The Experience of How a Mega-Prison is Governed: A Taiwanese Case on the Management of Tainan Prison

Hua-Fu Hsu

ABSTRACT
Imprisonment in Taiwan is conducted by a system of mega-prisons in which the incarcerated populations are extremely large. This paper, based on empirical research to investigate one Taiwanese prison institution_Tainan Prison, aims to explore how a high density of prison population is managed without causing any obvious disturbances or riots. The nature of regime and authority will be examined. Tainan prison holds a large number of inmates up to 3,852 according to prison statistics report provided by the Governing Broad of Tainan Prison and is famous for its long history, having been in existence since the earliest emergence of imprisonment as a penal sanction in 1895 in Taiwan. The sources consulted in the analysis include documentary materials, interview data and observation. Tainan Prison will be taken as an explicit example to show how the techniques of disciplinary power and governing strategies are combined to shape structural relationships in which a multiplicity of forces is coordinated into physical, architectural and organizational features. The experience will be very valuable to the practitioners and wardens of American corrections in which the prison population is escalated and also be useful to American readers to extend the penal knowledge in prison management.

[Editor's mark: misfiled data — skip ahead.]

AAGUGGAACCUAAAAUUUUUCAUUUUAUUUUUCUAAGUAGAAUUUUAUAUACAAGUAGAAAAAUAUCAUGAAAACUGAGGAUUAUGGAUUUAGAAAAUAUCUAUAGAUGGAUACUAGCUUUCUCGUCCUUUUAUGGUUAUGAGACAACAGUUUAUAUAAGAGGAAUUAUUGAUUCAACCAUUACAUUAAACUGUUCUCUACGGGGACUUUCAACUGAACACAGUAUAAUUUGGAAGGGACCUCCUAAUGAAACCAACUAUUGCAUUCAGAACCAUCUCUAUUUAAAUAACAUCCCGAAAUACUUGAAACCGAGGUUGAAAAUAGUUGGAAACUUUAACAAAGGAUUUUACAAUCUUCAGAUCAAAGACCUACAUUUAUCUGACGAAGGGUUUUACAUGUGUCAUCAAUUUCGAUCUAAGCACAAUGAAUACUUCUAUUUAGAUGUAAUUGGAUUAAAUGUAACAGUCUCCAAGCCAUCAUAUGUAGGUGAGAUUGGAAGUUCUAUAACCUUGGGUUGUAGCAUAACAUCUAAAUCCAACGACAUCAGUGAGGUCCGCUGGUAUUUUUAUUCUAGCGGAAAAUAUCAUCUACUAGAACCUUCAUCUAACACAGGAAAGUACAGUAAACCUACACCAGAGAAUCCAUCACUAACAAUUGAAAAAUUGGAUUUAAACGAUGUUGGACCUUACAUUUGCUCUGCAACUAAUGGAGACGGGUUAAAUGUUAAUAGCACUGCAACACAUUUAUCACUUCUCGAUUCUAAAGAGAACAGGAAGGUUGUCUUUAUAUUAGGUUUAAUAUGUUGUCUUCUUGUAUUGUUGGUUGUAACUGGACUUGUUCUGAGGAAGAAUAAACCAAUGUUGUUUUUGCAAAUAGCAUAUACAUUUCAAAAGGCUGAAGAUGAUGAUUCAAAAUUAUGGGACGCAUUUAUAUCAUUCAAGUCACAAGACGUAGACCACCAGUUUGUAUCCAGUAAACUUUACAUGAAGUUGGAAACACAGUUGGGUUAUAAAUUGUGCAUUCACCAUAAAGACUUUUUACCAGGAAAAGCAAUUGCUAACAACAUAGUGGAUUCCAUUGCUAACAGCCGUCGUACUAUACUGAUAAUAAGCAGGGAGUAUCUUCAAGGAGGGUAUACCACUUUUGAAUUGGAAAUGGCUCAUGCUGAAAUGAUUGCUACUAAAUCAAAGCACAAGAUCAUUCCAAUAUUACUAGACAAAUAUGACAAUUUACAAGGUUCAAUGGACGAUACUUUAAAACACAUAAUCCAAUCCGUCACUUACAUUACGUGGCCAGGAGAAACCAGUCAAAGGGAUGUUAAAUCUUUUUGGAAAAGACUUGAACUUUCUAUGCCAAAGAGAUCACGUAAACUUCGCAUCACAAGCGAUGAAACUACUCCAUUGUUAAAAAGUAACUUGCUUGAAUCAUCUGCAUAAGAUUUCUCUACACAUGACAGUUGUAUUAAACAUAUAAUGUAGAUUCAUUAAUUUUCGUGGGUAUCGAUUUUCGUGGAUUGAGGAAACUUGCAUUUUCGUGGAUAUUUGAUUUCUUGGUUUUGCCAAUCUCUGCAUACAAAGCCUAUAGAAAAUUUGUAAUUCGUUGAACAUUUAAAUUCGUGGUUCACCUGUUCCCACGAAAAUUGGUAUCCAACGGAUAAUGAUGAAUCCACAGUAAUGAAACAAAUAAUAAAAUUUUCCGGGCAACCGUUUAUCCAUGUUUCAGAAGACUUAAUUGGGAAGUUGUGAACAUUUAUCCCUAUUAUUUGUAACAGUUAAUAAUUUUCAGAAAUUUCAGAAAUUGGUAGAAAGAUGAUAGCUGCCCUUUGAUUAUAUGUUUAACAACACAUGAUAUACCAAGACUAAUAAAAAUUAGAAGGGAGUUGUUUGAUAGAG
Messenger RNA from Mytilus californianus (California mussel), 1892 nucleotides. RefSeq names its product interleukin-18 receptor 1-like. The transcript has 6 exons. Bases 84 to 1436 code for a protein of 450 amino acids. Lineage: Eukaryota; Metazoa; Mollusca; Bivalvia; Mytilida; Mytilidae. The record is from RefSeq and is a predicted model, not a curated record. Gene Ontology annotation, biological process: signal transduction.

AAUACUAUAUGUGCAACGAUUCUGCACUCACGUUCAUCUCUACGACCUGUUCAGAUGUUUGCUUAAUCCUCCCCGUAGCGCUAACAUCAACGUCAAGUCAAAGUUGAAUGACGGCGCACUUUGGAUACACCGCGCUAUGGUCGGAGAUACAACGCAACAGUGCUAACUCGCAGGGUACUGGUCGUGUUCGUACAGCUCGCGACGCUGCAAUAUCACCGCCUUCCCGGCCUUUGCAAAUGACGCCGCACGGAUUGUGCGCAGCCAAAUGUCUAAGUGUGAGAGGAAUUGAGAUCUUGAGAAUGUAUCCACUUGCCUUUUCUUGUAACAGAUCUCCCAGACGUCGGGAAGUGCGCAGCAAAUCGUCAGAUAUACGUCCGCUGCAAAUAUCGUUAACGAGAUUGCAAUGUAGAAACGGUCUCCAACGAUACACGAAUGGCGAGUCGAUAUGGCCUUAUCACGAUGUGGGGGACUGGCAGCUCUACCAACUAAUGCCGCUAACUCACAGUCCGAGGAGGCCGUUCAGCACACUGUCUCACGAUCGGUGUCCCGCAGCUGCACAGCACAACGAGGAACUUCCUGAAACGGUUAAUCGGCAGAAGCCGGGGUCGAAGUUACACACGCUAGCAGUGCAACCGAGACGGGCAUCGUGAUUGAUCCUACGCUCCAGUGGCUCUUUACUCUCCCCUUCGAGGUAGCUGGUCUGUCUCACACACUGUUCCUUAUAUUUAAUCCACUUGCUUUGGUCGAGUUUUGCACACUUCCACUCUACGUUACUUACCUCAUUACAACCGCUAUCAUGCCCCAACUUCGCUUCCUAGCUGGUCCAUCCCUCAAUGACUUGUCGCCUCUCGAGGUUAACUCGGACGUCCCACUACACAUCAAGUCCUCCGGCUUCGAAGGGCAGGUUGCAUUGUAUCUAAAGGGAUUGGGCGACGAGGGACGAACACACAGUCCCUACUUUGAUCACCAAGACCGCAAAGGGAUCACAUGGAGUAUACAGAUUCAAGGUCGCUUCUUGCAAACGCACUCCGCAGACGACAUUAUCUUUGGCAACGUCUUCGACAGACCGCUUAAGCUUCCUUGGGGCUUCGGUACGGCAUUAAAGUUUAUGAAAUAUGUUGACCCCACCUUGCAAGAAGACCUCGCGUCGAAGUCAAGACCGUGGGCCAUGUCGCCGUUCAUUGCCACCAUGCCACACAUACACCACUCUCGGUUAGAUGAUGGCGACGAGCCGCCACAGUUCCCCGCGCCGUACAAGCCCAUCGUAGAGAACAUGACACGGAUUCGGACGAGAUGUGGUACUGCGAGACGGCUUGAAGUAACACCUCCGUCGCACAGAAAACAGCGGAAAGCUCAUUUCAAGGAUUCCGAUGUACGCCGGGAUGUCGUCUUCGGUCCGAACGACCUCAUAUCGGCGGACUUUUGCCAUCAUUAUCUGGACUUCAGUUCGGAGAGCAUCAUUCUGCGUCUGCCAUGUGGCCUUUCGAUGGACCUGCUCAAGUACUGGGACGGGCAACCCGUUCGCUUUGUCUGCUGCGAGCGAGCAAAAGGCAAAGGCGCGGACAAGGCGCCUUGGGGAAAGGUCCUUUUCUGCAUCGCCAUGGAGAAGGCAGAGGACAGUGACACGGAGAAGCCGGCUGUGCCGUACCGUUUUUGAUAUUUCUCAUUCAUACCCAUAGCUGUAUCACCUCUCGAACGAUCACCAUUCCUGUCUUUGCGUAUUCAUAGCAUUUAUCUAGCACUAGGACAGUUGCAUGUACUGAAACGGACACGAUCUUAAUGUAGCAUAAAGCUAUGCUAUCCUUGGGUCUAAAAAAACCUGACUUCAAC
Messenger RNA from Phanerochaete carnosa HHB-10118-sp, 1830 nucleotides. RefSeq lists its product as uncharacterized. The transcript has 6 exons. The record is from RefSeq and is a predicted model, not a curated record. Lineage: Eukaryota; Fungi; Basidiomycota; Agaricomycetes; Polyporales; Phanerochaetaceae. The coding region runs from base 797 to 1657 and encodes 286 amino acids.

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Updated 05/20/2006